Professor William Beeman:

  • First of all its very important to understand there is no evidence anywhere that Iran has a nuclear weapons program.  Every report from the IAEA has reaffirmed that Iran has not diverted any nuclear material for military purposes, including the last report in November 2011.
  • The news media, especially the New York Times, I must tell you has distorted the IAEA report in order to make it seem as if Iran is building nuclear weapons.
  • We have no evidence to the contrary.
  • The New York Times article written by an Israeli journalist not only has actually attracted hundreds and hundreds of objections.  Because of its war mongering tone and because it contains a lot of inaccuracies.
  • Clapper claims Iran is most likely to attack the United States based on the incident that took place a few months ago.
  • There are some countries like Japan that have said outright that they intend to develop the capacity to construct nuclear weapons.  Iran has said it doesn’t intend to do this.
  • The United States is not coming after Japan. . or Brazil which has issued a similar statement or any of the 20 countries that don’t have weapons but are now enriching uranium.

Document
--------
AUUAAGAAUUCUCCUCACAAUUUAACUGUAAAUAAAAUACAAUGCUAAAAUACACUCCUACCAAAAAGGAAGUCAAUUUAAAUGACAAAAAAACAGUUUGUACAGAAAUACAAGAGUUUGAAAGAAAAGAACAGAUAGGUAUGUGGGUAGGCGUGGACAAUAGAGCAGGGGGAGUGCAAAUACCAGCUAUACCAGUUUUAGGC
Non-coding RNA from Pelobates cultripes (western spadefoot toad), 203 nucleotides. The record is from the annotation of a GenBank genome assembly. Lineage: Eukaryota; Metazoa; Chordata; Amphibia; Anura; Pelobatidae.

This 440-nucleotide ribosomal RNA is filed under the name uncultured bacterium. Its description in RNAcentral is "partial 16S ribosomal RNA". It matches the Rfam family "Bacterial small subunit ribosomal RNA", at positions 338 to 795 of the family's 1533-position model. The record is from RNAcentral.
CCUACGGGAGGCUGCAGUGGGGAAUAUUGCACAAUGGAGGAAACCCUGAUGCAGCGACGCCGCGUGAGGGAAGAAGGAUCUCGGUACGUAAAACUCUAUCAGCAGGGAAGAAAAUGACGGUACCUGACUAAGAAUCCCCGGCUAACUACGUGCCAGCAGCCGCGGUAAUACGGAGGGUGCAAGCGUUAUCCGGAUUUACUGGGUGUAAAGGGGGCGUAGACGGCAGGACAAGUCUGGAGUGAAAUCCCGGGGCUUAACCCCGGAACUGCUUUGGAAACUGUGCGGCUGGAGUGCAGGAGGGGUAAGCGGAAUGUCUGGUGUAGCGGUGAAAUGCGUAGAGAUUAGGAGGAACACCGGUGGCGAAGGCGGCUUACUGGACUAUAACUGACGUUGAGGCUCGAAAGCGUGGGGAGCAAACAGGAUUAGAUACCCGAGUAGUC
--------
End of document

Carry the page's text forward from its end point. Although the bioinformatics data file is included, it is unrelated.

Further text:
• When Colin Powell went before the United Nations saying Iraq had weapons of mass destruction I wrote a column saying its simply not true.
  • That got me on the Bill O’Reilly show where I had a big arguement with him about this.
  • I said simply show us the actual proof.
  • My feeling at the time was that Colin Powell had been badly misused by the Bush administration in order to sell a false picture of what was actually going on in Iraq.
  • Iran was given uranium many years ago during the time of the Shah to use in a medical reactor to develop isotopes for the treatment of cancer.
  • Every scrap of uranium that they’ve been working with is under inspection.
  • The IAEA is watching the process as it goes on every day.
  • They say if Iran wants to wipe Israel off the map they’re probably going to use nuclear weapons.
  • The joke is of course we knew Iran was enriching uranium, because we started the enriching program 40 years ago.
  • The idea that it was carried out in secret, quite frankly revealed the extraordinary ignorance of the Bush Administration.
  • They have a continual drum beat to attack Iran. The aim is not to stop Iran’s nuclear program because Iran’s nuclear program is anemic. The aim is regime change.

Guest – Professor William O. Beeman, Professor and Chair of Anthropology and specialist in Middle East Studies at the University of Minnesota, Minneapolis-St. Paul Minnesota, formerly of Brown University. It includes current publications on Middle Eastern affairs, especially Iran, Iraq, Afghanistan and the Persian Gulf region; anthropology; linguistics; performance; opera; things Japanese and Central Asian.